Tunisia held its first free presidential election on Sunday, taking another step forward in its transition to democracy as voters hoped for greater stability and a better economy. Many Tunisians weighed security concerns against the freedoms brought by their revolution and by its democratic reforms, which have remained on track in sharp contrast to the upheavals brought by the Arab Spring elsewhere in the region, including the military coup in Egypt and the conflicts in Syria, Yemen and Libya. It has not been easy for Tunisia, however, and the nearly four years since the revolution have been marked by social unrest, terrorist attacks and high inflation that pushed voters into punishing the moderate Islamists in last month’s parliamentary elections. “The thing I’m worried most about for the future is terrorism. Right now, we don’t know who’s coming into the country, and this is a problem,” said Amira Judei, 21, who voted in the southern city of Kasserine, near the border with Algeria and a point of terrorist attacks. Tunisia’s revolution began in areas such as Kasserine in the impoverished south. Voting hours in the rural regions along the border were reduced to five hours due to security fears.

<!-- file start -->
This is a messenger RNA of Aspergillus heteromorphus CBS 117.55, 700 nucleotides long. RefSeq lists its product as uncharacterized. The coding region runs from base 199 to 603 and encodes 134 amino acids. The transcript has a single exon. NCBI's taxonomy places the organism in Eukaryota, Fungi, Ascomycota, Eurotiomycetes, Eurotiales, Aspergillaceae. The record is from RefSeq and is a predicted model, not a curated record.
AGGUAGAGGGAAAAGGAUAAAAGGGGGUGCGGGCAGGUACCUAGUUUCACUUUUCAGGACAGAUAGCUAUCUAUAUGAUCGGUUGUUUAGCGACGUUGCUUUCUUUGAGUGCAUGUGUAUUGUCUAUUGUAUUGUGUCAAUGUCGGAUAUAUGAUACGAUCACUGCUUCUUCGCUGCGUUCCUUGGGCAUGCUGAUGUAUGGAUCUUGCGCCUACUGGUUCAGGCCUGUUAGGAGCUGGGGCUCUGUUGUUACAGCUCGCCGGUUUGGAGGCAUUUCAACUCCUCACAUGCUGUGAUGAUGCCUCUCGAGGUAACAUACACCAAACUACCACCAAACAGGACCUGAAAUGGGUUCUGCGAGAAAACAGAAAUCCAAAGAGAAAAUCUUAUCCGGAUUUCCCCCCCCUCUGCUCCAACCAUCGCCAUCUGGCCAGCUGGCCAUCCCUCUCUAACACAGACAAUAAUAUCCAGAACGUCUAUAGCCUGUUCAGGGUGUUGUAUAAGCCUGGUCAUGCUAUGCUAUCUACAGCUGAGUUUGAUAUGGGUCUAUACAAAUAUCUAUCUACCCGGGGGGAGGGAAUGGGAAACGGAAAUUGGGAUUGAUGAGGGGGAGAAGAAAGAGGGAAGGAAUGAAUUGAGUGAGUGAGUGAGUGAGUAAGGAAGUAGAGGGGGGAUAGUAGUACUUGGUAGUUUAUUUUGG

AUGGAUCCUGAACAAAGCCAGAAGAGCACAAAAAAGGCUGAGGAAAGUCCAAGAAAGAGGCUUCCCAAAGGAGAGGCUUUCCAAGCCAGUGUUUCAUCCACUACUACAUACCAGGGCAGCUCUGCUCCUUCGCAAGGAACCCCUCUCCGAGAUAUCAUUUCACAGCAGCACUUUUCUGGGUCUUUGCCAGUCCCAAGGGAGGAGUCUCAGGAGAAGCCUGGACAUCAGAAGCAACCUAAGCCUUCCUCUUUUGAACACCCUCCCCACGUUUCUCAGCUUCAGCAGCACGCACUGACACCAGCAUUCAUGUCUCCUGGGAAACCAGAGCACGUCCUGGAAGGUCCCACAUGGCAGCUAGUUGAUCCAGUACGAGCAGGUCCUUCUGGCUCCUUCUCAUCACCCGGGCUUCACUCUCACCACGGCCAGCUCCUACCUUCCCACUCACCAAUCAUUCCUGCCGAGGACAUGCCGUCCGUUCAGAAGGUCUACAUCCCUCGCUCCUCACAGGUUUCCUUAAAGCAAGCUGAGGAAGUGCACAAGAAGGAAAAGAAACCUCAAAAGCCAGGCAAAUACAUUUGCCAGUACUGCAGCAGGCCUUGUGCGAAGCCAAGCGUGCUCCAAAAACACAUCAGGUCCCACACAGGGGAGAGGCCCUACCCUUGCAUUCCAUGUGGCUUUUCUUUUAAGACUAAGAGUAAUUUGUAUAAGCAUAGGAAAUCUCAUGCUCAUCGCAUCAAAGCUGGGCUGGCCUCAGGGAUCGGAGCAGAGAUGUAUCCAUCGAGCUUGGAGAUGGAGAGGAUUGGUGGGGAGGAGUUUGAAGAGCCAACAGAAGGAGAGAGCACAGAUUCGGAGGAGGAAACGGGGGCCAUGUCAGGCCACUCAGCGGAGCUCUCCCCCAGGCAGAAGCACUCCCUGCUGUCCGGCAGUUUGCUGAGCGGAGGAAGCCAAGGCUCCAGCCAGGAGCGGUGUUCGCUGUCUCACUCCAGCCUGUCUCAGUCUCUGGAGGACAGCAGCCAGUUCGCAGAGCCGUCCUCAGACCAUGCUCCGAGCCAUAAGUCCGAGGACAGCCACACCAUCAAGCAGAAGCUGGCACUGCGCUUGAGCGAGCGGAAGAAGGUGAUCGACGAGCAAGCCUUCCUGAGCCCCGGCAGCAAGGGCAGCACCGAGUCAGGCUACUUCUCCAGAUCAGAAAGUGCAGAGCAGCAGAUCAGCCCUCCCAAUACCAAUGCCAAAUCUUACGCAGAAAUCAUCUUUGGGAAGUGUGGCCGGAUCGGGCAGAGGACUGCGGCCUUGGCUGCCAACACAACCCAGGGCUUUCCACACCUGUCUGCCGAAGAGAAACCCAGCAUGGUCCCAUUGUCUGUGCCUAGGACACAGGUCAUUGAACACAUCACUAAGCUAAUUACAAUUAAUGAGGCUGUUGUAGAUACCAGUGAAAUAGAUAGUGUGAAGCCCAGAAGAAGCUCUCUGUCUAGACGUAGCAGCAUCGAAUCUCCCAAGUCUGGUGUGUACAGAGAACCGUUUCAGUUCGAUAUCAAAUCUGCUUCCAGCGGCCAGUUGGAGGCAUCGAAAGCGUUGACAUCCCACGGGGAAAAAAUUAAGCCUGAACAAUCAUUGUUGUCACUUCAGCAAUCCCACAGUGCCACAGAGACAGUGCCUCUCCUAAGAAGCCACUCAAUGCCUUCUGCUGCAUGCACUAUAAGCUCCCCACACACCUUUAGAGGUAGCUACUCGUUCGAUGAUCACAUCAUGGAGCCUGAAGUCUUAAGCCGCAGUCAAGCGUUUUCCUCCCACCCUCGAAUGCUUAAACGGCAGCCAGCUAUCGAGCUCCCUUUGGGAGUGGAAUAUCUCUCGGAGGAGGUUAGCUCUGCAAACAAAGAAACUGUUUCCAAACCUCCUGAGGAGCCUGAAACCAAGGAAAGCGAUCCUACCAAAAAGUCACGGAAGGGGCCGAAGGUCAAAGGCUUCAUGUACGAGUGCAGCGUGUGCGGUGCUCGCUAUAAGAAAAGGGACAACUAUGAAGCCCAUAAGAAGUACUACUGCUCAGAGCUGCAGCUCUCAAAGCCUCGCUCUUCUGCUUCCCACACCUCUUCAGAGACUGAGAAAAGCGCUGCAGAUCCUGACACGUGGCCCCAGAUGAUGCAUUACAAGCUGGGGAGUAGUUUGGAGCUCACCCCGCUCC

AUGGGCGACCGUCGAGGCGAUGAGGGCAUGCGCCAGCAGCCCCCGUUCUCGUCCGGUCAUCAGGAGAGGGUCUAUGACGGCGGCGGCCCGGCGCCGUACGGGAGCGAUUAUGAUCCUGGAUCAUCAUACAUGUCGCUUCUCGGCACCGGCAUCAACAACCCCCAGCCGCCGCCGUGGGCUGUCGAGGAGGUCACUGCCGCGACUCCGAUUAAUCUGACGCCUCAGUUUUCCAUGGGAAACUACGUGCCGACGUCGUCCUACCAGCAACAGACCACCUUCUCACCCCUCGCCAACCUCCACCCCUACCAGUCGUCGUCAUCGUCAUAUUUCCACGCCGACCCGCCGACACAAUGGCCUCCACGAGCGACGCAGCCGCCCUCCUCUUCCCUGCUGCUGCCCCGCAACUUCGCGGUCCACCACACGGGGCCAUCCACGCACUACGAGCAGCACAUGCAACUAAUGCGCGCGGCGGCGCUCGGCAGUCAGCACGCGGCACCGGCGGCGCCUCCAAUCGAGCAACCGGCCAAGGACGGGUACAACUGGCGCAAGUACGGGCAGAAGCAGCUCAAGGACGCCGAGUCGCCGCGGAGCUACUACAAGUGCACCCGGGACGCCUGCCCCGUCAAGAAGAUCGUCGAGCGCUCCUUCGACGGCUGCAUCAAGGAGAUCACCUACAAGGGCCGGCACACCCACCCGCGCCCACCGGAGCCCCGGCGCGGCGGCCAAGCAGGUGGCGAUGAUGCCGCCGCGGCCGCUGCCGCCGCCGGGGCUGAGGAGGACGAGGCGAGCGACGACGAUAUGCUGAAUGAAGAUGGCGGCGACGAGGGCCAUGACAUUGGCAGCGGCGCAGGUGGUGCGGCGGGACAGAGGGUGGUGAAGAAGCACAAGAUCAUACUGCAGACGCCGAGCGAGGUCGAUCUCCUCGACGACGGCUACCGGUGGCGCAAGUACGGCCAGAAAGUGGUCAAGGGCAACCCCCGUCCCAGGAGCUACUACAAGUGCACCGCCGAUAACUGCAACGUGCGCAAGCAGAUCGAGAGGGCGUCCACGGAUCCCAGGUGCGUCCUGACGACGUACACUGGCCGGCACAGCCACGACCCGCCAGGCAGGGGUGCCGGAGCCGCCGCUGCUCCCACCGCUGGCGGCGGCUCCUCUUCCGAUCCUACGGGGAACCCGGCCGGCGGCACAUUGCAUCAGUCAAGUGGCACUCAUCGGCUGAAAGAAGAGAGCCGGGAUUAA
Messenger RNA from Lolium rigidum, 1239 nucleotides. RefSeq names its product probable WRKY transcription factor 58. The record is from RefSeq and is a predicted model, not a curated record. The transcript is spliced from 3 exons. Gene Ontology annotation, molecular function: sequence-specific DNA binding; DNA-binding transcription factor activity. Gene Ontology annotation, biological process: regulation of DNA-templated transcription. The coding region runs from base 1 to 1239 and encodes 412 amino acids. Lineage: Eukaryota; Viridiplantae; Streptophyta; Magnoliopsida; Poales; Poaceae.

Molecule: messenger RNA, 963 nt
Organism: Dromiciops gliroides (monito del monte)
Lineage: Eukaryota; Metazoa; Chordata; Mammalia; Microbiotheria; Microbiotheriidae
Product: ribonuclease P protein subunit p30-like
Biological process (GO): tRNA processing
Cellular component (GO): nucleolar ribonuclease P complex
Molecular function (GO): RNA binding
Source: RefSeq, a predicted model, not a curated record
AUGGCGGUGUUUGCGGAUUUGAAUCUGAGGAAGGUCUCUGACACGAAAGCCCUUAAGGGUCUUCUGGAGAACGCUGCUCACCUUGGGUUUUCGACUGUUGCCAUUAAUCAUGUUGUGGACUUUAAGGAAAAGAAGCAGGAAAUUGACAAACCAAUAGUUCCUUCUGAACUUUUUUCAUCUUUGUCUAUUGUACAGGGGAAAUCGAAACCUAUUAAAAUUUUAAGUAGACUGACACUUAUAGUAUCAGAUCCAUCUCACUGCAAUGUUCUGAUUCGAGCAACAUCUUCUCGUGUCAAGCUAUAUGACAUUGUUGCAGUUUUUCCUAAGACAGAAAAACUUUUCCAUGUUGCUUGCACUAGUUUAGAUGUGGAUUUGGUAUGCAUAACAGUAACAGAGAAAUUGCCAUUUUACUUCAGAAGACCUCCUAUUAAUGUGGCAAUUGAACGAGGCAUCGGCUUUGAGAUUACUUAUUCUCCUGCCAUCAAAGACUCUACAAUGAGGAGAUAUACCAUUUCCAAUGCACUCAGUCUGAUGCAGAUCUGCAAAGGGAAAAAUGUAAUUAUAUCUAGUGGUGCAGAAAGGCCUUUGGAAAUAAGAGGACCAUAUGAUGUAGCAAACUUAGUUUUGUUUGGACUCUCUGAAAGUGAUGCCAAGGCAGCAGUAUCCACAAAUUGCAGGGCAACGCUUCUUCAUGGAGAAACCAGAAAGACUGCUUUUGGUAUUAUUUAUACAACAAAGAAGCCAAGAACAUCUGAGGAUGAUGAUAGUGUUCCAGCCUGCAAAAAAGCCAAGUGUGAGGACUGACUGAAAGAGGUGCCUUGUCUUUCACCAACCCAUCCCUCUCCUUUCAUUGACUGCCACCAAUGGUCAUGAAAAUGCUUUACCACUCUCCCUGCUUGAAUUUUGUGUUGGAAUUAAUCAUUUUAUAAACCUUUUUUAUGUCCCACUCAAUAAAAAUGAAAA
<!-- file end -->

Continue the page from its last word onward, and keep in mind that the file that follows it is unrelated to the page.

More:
But Ms Judei insisted that “the most important priority is unemployment”. The country’s 15 per cent unemployment rate nearly doubles when it comes to young people.
Of the nearly two dozen candidates for the presidency, the one that most Tunisians feel can deliver on the twin issues of jobs and security is Beji Caid Sebsi, an 87-year-old former minister from the previous administrations who many are hoping will get the country back on track.
“He is a veteran politician with experience that can ensure security and stability,” said Mouldi Cherni, a middle age driver living in Tunis’ Carthage suburb who voted for Mr Caid Sebsi. “The people are tired, life has grown expensive and Tunisians don’t even have enough to make an ojja,” he said, referring to the local omelet favoured by the poor.